Product liability cases arise when manufacturers, suppliers, distributers or retailers who make products available to the general public are held accountable for injuries that the products they supply have caused.
If it’s known that a product can be dangerous, manufacturers or retailers typically include warning labels, summarizing the hazards that the product may pose. However, sometimes hazards aren’t recognized or are difficult to predict. In other cases, manufacturers simply disregard hazards. Sometimes this is because they assume that the cost of liability will be lower overall than the cost of modifying a product to make it safer.
Consider some of the most costly and well-known product liability court cases in recent history.
An elderly woman who suffered severe burns from a scalding-hot cup of coffee from McDonald’s filed a product liability case. Initially she aimed simply to sue for the cost of her medical expenses, but McDonald’s refused to pay. This led the woman to sue for a greater amount. A jury eventually awarded the elderly burn victim the $200,000 initially requested for medical and other compensatory damages, as well as $2.7 million in punitive damages.
During the 1970s, the now-defunct Ford Pinto was the cause of a lengthy series of product liability and negligence cases. The vehicle even made its way onto Time Magazine’s list of the 50 worst cars of all time. The Pinto was known to have a design defect that made it far less safe than its counterparts at the time. A document now known as the Ford Pinto Memo revealed that Ford conducted a cost benefit analysis, indicating that the cost of possible liability would be lower than the cost of repairing the defect.
In 2006, a jury in New Jersey found that Merck, a gigantic pharmaceutical corporation, had intentionally misled the United States Food and Drug Administration, or FDA, regarding the safety of a painkiller known as Vioxx. The plaintiff in the 2006 case, John McDarby, had suffered from a heart attack after using Vioxx for four years. He was awarded $4.5 million in compensatory and punitive damages.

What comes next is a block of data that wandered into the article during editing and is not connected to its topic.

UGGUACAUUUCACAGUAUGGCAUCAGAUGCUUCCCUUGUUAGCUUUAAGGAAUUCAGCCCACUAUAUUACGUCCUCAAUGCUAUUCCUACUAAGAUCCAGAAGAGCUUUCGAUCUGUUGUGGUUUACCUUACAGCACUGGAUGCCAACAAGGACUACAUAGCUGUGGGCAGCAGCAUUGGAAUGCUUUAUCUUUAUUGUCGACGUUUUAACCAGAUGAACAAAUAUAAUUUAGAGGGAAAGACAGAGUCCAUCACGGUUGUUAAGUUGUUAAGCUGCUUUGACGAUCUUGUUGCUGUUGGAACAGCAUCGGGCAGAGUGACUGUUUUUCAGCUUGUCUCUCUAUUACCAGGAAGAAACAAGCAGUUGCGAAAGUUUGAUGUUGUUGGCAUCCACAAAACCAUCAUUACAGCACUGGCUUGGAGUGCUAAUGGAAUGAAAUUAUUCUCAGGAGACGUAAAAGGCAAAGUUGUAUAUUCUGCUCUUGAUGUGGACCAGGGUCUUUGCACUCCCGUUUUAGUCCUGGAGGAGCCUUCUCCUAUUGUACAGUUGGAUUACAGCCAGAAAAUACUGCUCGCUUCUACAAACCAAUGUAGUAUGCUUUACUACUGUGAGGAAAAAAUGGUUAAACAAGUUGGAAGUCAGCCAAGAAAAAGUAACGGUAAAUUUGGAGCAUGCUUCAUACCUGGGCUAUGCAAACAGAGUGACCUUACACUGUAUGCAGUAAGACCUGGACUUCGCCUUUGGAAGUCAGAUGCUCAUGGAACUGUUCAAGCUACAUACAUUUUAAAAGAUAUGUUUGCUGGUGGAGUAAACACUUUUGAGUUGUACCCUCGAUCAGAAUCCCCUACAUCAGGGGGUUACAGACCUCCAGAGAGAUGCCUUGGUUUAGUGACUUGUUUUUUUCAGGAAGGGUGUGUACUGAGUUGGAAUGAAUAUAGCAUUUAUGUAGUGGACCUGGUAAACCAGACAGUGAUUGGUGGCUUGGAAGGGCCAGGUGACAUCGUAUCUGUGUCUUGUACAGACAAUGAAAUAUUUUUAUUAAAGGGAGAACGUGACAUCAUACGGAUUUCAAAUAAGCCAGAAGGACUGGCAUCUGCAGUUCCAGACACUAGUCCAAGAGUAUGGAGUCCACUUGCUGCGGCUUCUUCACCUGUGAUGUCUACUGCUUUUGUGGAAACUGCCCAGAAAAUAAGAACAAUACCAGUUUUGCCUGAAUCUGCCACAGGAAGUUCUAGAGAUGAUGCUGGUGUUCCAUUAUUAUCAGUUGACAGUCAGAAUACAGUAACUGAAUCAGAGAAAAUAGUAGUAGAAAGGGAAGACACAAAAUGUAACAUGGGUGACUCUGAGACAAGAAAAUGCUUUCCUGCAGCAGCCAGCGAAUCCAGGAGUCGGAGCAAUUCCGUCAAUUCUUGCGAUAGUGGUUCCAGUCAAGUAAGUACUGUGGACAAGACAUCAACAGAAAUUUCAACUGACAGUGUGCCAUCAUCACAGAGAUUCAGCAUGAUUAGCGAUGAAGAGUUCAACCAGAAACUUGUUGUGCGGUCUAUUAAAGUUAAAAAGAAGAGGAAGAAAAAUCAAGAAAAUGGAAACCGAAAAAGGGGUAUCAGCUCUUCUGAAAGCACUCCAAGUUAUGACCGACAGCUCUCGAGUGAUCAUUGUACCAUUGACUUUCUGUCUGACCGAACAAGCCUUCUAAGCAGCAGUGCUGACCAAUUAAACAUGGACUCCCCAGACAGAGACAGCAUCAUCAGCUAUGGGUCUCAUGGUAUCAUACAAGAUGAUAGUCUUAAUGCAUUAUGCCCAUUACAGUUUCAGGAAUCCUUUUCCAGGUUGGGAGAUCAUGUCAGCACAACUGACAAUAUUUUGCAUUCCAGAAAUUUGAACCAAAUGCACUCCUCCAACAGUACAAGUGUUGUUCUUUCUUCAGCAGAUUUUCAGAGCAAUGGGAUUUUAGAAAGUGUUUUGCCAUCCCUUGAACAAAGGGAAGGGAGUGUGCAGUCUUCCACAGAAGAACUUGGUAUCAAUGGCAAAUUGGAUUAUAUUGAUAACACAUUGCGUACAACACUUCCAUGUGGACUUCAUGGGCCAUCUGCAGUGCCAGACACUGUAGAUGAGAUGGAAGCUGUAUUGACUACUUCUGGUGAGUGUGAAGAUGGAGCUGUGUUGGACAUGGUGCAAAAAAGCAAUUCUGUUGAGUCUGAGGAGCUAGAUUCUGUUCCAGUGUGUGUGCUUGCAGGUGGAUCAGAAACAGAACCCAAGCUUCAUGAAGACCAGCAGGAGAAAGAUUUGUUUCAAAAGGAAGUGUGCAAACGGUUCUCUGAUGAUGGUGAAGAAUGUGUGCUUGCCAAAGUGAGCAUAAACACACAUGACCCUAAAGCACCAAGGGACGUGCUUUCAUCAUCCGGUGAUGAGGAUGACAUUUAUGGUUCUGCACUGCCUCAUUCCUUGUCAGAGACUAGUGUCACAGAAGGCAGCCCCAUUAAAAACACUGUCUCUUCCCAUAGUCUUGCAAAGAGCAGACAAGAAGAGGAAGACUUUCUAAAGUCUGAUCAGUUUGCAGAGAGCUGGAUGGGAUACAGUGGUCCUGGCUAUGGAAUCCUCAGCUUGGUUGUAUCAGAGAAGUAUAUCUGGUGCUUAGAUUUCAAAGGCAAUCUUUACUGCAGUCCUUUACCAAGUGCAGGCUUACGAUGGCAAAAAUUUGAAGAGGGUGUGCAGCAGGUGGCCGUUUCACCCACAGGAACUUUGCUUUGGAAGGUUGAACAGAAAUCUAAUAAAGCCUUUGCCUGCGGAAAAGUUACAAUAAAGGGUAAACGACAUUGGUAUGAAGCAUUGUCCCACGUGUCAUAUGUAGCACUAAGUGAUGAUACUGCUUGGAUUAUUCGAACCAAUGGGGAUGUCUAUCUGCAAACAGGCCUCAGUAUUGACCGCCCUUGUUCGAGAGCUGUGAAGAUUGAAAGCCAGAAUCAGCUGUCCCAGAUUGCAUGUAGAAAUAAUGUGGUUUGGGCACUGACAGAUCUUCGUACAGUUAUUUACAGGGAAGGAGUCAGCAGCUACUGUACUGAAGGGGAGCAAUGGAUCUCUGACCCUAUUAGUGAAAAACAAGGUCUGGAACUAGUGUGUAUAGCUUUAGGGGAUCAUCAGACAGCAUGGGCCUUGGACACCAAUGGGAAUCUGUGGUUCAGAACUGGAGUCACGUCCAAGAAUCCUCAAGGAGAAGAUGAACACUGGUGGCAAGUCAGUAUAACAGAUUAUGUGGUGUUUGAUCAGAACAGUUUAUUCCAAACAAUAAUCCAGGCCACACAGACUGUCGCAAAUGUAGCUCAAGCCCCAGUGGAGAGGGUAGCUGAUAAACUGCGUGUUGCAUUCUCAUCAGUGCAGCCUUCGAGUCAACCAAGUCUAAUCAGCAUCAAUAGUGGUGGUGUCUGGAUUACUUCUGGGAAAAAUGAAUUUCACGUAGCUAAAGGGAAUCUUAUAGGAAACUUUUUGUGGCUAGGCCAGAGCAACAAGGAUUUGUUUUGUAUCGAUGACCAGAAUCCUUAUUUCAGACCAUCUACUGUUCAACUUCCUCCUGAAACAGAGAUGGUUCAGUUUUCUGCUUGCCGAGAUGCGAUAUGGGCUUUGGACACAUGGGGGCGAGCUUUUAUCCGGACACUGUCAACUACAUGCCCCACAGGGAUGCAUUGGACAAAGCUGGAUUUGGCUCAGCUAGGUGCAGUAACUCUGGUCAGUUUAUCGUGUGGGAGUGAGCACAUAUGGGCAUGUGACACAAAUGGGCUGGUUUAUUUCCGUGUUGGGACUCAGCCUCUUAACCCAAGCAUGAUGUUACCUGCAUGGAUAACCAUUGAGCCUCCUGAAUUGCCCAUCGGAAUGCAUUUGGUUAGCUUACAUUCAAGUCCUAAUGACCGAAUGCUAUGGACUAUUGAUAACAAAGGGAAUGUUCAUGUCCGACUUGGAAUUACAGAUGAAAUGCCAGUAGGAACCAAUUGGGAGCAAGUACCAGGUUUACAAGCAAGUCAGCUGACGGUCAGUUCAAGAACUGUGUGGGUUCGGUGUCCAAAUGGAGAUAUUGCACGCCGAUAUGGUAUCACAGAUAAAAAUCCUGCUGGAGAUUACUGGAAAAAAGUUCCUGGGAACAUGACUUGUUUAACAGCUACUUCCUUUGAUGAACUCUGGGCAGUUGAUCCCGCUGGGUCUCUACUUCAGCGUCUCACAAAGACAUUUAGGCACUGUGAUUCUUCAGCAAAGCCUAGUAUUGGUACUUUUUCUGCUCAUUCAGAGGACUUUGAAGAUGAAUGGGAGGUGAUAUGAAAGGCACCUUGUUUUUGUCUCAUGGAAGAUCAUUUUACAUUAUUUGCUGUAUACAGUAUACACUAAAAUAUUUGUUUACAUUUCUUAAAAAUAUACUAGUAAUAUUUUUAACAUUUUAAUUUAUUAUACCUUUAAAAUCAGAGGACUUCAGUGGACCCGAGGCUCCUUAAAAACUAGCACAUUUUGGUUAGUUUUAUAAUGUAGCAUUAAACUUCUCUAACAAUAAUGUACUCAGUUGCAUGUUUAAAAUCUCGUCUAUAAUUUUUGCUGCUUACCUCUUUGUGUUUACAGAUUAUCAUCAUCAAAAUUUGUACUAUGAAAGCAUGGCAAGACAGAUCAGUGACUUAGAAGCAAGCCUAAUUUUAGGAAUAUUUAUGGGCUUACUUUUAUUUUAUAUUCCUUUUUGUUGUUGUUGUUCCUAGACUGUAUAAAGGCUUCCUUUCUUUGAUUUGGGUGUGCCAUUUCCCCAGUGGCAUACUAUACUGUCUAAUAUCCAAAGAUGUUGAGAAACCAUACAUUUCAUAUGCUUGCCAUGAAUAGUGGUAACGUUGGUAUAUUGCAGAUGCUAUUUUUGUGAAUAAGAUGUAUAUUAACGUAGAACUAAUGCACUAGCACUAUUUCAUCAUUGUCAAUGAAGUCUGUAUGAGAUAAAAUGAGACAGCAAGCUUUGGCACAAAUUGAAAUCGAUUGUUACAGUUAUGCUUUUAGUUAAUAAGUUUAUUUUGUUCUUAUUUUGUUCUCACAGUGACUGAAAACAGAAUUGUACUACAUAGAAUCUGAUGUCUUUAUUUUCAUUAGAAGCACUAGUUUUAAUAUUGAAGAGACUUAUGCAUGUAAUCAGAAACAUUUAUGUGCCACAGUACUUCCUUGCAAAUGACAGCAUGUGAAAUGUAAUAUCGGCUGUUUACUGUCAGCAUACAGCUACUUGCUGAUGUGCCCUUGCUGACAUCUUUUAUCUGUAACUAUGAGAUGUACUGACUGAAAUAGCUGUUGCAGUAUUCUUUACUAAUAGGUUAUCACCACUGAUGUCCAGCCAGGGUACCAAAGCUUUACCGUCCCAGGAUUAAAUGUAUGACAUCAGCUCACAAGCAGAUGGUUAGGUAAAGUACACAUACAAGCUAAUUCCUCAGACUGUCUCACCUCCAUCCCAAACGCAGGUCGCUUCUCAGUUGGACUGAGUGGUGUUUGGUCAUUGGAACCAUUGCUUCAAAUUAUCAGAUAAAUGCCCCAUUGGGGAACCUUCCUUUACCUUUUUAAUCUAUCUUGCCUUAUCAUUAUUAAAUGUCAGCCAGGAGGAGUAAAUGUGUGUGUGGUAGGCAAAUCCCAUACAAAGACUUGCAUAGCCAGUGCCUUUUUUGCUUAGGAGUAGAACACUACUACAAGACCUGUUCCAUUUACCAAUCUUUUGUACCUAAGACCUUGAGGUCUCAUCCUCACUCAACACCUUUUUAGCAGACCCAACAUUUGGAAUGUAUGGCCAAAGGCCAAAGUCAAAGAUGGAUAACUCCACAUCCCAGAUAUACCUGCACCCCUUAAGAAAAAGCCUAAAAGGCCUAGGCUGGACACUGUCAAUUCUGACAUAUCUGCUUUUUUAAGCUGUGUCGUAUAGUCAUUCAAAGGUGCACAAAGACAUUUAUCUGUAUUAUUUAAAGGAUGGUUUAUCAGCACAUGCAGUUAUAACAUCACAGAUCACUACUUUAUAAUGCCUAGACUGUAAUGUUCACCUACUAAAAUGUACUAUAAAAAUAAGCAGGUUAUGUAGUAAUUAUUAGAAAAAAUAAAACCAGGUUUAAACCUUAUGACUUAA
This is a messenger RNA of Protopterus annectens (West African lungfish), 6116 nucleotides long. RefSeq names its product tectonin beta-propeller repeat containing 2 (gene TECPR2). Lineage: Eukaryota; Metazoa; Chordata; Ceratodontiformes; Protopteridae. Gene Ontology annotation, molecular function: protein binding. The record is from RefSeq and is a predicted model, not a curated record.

The Escola vs. Coca-Cola Bottling Co. case defined many of the standards used in today’s product liability cases. A bottle of Coca Cola burst and shattered glass into the plaintiff’s hand. The cuts she suffered were as deep as five inches, and the glass severed a number of muscles, nerves and vessels. In a case that was appealed in the Supreme Court of California, the verdict was given in the plaintiff’s favour. Judges take note of this case because the product manufacturer was held accountable on strict liability, rather than negligence, standards.
Defective Sta-Rite Pool Drain Cover
In 2008, a young girl was tragically disembowelled by the suction power of a pool drain that had its lid left off. Edwards, now a senator, represented the plaintiff. During jury deliberation, Sta-Rite made an offer to settle for $25 million.
Blitz Gas Cans
Once the largest producer of mobile gas cans in the United States, Blitz eventually filed for bankruptcy in early 2012 because of a barrage of product liability lawsuits against it. Customers around the country sued the company when they used the cans to pour gas to start fires, and the cans exploded. Each claim cost the company around $4 million dollars, and more than 30 cases were filed in 2012 alone.
The 700 and 710 models of Remington rifle were proven to have faulty fire control, causing the guns to fire even when the trigger hadn’t been pulled. All that was needed for one of the rifles to fire was for the safety latch to be released, and this occurred by accident when the rifle was bumped or jarred. Many product liability cases were filed against Remington, culminating in a $15 million lawsuit filed by a Texas man who shot himself in the right foot while out hunting.